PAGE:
This evolving trend has prompted some restaurateurs to step up their use of environmentally friendly terms like “natural,” “fresh” and “local” on menus. According to Datassential, 20.3 percent of all restaurant menus in United States contained the term “natural” in 2014, up 3 percent from 2013 and 65 percent since 2005. Meanwhile, the term “fresh” was found on 87.6 percent of all restaurant menus in 2014, while “organic” and “local” were found on 18.7 percent and 11.3 percent of all menus, respectively.

Not every consumer, however, is overly concerned with the concept of clean labeling. Technomic's Tristano says the emerging trend appeals to a younger generation of consumers, like millennials, and affluent customers who can afford to pay the higher price points that often accompany such food items. “Lower income consumers and older customers are less concerned about such things,” he says. “They're still looking for value.”

In general, though, clean labeling tends to appeal to those individuals who have made the decision to limit their intake of artificial or overly processed foods.

“When some people talk about clean labels, they're thinking of food that doesn't contain loads of ingredients … food that doesn't contain a lot of chemicals,” says Joy Dubost, a spokesperson for the Academy of Nutrition and Dietetics and director of nutrition and healthy living for the National Restaurant Association. “If people don't know what [a particular chemical] does in food, then it's not seen as having a clean label.”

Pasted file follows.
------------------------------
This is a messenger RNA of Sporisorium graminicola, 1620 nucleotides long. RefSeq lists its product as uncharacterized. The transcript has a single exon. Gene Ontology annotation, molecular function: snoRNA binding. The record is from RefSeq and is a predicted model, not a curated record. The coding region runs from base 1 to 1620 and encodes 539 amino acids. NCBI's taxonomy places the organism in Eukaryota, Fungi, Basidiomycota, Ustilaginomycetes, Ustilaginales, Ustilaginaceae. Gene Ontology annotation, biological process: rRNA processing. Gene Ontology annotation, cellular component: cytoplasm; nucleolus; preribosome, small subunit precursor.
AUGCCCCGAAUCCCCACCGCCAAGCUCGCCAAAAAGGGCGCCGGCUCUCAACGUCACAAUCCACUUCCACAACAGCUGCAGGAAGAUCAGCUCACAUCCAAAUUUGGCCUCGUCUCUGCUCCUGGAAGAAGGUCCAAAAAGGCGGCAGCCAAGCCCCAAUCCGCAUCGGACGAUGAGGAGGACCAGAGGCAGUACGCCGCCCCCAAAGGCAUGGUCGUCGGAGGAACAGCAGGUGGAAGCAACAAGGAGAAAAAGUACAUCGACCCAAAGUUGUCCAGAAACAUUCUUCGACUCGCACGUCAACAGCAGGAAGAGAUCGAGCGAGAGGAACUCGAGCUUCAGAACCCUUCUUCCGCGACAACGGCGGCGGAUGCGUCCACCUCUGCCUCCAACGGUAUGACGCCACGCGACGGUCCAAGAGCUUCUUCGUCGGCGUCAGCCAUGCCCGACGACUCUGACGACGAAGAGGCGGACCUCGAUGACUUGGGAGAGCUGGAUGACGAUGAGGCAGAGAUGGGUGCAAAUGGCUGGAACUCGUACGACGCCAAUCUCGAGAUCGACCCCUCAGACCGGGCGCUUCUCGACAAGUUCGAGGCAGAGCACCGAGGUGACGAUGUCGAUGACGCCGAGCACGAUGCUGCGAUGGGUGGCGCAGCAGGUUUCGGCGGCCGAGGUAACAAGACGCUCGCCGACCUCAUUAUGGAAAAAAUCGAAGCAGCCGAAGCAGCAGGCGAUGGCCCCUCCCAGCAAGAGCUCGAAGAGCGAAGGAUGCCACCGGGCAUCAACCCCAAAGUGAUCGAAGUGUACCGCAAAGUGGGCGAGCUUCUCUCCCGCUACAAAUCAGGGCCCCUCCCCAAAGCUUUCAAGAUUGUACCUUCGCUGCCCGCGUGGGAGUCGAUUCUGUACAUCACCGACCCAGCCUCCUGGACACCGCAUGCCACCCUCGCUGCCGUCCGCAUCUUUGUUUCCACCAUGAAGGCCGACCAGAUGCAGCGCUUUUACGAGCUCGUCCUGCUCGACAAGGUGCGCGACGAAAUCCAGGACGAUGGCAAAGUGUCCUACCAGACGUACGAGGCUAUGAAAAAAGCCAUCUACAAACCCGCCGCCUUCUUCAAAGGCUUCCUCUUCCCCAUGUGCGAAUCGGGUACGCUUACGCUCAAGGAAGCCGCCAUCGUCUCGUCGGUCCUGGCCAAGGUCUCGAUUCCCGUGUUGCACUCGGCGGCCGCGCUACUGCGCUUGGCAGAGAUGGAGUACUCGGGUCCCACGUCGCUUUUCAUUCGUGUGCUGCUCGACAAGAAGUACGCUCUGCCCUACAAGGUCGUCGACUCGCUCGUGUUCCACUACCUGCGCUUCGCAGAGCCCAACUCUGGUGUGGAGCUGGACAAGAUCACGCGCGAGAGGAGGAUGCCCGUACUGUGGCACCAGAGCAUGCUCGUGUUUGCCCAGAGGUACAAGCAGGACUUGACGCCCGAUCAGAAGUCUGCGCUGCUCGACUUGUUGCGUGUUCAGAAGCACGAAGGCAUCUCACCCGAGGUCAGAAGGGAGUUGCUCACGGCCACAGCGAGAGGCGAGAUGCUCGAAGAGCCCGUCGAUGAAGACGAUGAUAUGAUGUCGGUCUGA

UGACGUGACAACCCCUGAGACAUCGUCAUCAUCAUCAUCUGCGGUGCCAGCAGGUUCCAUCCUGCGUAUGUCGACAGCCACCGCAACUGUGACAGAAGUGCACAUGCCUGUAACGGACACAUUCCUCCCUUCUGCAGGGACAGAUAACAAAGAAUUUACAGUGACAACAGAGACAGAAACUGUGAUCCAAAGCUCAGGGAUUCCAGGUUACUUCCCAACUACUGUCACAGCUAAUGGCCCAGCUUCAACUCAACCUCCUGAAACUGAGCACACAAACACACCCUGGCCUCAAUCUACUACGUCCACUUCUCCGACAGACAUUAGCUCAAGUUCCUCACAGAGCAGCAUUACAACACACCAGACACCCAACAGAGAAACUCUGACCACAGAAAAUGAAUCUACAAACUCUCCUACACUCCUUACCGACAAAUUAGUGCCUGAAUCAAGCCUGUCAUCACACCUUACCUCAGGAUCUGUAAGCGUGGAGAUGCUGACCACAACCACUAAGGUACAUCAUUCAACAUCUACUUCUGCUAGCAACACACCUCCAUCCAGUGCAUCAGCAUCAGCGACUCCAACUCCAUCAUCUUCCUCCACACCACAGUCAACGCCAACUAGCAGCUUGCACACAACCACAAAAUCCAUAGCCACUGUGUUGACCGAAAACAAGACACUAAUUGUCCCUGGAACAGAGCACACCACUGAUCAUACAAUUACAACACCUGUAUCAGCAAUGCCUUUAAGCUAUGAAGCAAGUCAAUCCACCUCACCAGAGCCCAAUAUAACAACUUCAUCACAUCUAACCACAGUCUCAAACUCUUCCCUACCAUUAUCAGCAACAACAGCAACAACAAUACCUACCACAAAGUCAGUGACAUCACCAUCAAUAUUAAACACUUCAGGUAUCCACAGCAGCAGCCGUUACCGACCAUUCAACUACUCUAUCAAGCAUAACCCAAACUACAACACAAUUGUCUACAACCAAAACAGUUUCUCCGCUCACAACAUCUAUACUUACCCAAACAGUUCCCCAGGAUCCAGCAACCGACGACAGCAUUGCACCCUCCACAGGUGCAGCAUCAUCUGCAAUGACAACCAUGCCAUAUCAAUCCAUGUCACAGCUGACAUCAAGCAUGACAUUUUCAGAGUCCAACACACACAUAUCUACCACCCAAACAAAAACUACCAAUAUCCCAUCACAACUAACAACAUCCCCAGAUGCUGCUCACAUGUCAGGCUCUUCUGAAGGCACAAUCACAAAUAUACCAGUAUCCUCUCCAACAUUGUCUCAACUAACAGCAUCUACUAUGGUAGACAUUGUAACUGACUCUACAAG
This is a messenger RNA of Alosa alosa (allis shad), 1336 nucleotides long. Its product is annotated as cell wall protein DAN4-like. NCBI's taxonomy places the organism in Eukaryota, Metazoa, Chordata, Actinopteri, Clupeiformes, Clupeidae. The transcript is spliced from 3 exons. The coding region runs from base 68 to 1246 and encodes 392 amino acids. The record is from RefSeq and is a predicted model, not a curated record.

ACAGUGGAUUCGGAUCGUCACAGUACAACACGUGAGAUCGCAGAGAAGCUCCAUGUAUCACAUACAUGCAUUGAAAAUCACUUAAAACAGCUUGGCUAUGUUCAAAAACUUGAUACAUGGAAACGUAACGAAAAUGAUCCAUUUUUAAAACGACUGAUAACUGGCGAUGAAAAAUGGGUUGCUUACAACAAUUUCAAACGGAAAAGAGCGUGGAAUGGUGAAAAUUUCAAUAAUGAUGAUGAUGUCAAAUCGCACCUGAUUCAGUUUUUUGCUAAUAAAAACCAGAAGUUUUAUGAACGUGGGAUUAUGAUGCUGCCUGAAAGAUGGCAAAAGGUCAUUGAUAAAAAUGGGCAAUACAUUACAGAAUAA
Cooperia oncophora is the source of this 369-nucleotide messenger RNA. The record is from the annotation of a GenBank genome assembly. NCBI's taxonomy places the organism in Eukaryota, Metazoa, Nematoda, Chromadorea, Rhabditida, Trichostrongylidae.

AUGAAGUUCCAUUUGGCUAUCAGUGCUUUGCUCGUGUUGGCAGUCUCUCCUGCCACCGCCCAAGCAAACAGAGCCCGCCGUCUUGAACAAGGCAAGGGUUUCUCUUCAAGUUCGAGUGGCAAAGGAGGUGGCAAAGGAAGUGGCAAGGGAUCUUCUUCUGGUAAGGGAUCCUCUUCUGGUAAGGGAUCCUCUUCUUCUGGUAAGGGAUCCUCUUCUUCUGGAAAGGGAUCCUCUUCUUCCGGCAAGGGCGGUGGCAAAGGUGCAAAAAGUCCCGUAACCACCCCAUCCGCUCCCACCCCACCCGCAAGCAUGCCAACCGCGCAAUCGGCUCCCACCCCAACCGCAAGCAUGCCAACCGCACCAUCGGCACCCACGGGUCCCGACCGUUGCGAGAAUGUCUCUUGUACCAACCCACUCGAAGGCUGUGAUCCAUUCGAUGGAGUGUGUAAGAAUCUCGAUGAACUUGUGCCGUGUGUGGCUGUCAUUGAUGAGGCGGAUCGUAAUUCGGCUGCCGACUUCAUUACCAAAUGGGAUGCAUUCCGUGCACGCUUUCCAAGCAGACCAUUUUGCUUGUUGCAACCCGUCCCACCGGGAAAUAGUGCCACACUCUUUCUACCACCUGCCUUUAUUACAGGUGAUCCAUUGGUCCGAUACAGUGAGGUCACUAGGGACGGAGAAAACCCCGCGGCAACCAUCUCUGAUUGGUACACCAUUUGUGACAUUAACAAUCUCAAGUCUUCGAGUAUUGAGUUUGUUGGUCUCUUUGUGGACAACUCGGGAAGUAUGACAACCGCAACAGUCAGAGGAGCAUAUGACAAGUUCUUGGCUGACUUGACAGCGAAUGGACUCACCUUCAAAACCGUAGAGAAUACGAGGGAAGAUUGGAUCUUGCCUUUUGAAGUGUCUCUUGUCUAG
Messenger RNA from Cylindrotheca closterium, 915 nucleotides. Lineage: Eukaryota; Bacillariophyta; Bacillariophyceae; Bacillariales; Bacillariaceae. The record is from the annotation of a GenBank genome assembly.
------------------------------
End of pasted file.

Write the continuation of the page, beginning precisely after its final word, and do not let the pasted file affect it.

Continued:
However, Dubost continues, “Everything we eat contains chemicals. I cringe when people talk about 'lack of chemicals.' [Those] ingredients are used for a reason. If you remove some chemicals, you wind up with increased problems down the road.”

Dubost maintains the United States' food supply has never been safer. “Our food is nutritious and high quality,” she says. “We can trust in the food supply and the checks and balances that are in place … with the [Food and Drug Administration] and the other regulatory bodies.”

In the meantime, members of the food and restaurant industries are exploring ways to address consumers' questions about ingredients in the food supply. While no new federal legislation has been introduced that would seek to further regulate food labeling in some way, the Grocery Manufacturer Association, or GMA, recently introduced an initiative to make the process of determining whether an ingredient is “generally recognized as safe” more transparent. GRAS is a designation indicating a product is lawful for use in food.